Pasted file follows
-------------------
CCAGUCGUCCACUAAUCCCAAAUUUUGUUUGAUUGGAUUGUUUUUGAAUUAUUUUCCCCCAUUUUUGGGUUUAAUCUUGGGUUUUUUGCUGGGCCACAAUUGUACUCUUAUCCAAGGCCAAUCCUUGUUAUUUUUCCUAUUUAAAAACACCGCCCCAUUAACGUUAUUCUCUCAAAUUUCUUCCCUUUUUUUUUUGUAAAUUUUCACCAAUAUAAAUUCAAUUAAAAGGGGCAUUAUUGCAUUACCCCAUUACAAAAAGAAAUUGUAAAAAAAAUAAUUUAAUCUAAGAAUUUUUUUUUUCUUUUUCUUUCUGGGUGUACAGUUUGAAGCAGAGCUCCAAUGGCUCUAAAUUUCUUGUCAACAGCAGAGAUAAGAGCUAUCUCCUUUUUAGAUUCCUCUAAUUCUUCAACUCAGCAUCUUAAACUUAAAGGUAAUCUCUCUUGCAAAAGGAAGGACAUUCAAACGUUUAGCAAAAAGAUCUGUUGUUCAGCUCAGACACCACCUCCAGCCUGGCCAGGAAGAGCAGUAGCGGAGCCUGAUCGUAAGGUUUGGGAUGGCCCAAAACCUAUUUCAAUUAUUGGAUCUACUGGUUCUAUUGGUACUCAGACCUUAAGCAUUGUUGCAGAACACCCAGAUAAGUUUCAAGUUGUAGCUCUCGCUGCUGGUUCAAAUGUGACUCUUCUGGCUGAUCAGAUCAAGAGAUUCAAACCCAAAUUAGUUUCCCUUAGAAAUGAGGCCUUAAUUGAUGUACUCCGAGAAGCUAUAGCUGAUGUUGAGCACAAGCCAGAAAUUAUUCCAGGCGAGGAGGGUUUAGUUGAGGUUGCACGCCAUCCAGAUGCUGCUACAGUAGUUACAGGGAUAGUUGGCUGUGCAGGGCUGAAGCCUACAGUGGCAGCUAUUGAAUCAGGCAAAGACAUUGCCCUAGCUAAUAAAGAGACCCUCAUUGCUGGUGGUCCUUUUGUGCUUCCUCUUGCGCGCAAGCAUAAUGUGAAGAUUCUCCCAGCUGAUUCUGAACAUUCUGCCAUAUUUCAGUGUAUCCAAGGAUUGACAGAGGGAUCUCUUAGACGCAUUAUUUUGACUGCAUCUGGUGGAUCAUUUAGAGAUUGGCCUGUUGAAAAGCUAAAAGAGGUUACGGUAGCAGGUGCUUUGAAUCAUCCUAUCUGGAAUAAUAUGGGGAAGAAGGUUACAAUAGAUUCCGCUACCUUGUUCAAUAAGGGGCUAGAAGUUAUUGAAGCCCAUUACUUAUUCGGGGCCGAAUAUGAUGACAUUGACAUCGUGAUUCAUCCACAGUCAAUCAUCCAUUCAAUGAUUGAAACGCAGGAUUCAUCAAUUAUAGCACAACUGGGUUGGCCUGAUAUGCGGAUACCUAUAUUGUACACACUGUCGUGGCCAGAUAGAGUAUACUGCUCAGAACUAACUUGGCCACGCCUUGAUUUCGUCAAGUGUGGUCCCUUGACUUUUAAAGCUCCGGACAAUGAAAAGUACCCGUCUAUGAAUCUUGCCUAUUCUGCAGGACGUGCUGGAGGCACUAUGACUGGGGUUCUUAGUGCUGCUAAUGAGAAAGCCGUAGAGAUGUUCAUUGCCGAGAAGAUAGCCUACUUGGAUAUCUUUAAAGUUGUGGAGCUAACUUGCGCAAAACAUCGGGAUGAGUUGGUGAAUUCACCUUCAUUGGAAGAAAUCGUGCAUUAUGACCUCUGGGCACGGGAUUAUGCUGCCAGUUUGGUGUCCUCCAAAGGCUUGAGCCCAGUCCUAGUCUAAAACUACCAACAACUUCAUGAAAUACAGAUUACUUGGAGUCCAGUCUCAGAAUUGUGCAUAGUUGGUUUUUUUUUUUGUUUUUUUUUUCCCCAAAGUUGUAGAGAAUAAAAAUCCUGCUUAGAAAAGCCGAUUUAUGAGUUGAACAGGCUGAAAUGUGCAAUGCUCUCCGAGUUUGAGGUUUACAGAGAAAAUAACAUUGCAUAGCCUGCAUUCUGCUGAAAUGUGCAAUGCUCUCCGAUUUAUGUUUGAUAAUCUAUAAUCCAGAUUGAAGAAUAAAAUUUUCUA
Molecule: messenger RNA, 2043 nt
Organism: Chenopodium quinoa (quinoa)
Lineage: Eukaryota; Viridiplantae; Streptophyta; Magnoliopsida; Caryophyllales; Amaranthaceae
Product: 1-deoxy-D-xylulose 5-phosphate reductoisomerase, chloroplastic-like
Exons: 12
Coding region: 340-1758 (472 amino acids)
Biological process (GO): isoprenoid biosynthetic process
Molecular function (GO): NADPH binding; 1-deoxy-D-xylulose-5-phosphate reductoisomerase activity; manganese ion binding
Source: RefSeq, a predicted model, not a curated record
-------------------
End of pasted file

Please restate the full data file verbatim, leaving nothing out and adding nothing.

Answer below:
CCAGUCGUCCACUAAUCCCAAAUUUUGUUUGAUUGGAUUGUUUUUGAAUUAUUUUCCCCCAUUUUUGGGUUUAAUCUUGGGUUUUUUGCUGGGCCACAAUUGUACUCUUAUCCAAGGCCAAUCCUUGUUAUUUUUCCUAUUUAAAAACACCGCCCCAUUAACGUUAUUCUCUCAAAUUUCUUCCCUUUUUUUUUUGUAAAUUUUCACCAAUAUAAAUUCAAUUAAAAGGGGCAUUAUUGCAUUACCCCAUUACAAAAAGAAAUUGUAAAAAAAAUAAUUUAAUCUAAGAAUUUUUUUUUUCUUUUUCUUUCUGGGUGUACAGUUUGAAGCAGAGCUCCAAUGGCUCUAAAUUUCUUGUCAACAGCAGAGAUAAGAGCUAUCUCCUUUUUAGAUUCCUCUAAUUCUUCAACUCAGCAUCUUAAACUUAAAGGUAAUCUCUCUUGCAAAAGGAAGGACAUUCAAACGUUUAGCAAAAAGAUCUGUUGUUCAGCUCAGACACCACCUCCAGCCUGGCCAGGAAGAGCAGUAGCGGAGCCUGAUCGUAAGGUUUGGGAUGGCCCAAAACCUAUUUCAAUUAUUGGAUCUACUGGUUCUAUUGGUACUCAGACCUUAAGCAUUGUUGCAGAACACCCAGAUAAGUUUCAAGUUGUAGCUCUCGCUGCUGGUUCAAAUGUGACUCUUCUGGCUGAUCAGAUCAAGAGAUUCAAACCCAAAUUAGUUUCCCUUAGAAAUGAGGCCUUAAUUGAUGUACUCCGAGAAGCUAUAGCUGAUGUUGAGCACAAGCCAGAAAUUAUUCCAGGCGAGGAGGGUUUAGUUGAGGUUGCACGCCAUCCAGAUGCUGCUACAGUAGUUACAGGGAUAGUUGGCUGUGCAGGGCUGAAGCCUACAGUGGCAGCUAUUGAAUCAGGCAAAGACAUUGCCCUAGCUAAUAAAGAGACCCUCAUUGCUGGUGGUCCUUUUGUGCUUCCUCUUGCGCGCAAGCAUAAUGUGAAGAUUCUCCCAGCUGAUUCUGAACAUUCUGCCAUAUUUCAGUGUAUCCAAGGAUUGACAGAGGGAUCUCUUAGACGCAUUAUUUUGACUGCAUCUGGUGGAUCAUUUAGAGAUUGGCCUGUUGAAAAGCUAAAAGAGGUUACGGUAGCAGGUGCUUUGAAUCAUCCUAUCUGGAAUAAUAUGGGGAAGAAGGUUACAAUAGAUUCCGCUACCUUGUUCAAUAAGGGGCUAGAAGUUAUUGAAGCCCAUUACUUAUUCGGGGCCGAAUAUGAUGACAUUGACAUCGUGAUUCAUCCACAGUCAAUCAUCCAUUCAAUGAUUGAAACGCAGGAUUCAUCAAUUAUAGCACAACUGGGUUGGCCUGAUAUGCGGAUACCUAUAUUGUACACACUGUCGUGGCCAGAUAGAGUAUACUGCUCAGAACUAACUUGGCCACGCCUUGAUUUCGUCAAGUGUGGUCCCUUGACUUUUAAAGCUCCGGACAAUGAAAAGUACCCGUCUAUGAAUCUUGCCUAUUCUGCAGGACGUGCUGGAGGCACUAUGACUGGGGUUCUUAGUGCUGCUAAUGAGAAAGCCGUAGAGAUGUUCAUUGCCGAGAAGAUAGCCUACUUGGAUAUCUUUAAAGUUGUGGAGCUAACUUGCGCAAAACAUCGGGAUGAGUUGGUGAAUUCACCUUCAUUGGAAGAAAUCGUGCAUUAUGACCUCUGGGCACGGGAUUAUGCUGCCAGUUUGGUGUCCUCCAAAGGCUUGAGCCCAGUCCUAGUCUAAAACUACCAACAACUUCAUGAAAUACAGAUUACUUGGAGUCCAGUCUCAGAAUUGUGCAUAGUUGGUUUUUUUUUUUGUUUUUUUUUUCCCCAAAGUUGUAGAGAAUAAAAAUCCUGCUUAGAAAAGCCGAUUUAUGAGUUGAACAGGCUGAAAUGUGCAAUGCUCUCCGAGUUUGAGGUUUACAGAGAAAAUAACAUUGCAUAGCCUGCAUUCUGCUGAAAUGUGCAAUGCUCUCCGAUUUAUGUUUGAUAAUCUAUAAUCCAGAUUGAAGAAUAAAAUUUUCUA
Molecule: messenger RNA, 2043 nt
Organism: Chenopodium quinoa (quinoa)
Lineage: Eukaryota; Viridiplantae; Streptophyta; Magnoliopsida; Caryophyllales; Amaranthaceae
Product: 1-deoxy-D-xylulose 5-phosphate reductoisomerase, chloroplastic-like
Exons: 12
Coding region: 340-1758 (472 amino acids)
Biological process (GO): isoprenoid biosynthetic process
Molecular function (GO): NADPH binding; 1-deoxy-D-xylulose-5-phosphate reductoisomerase activity; manganese ion binding
Source: RefSeq, a predicted model, not a curated record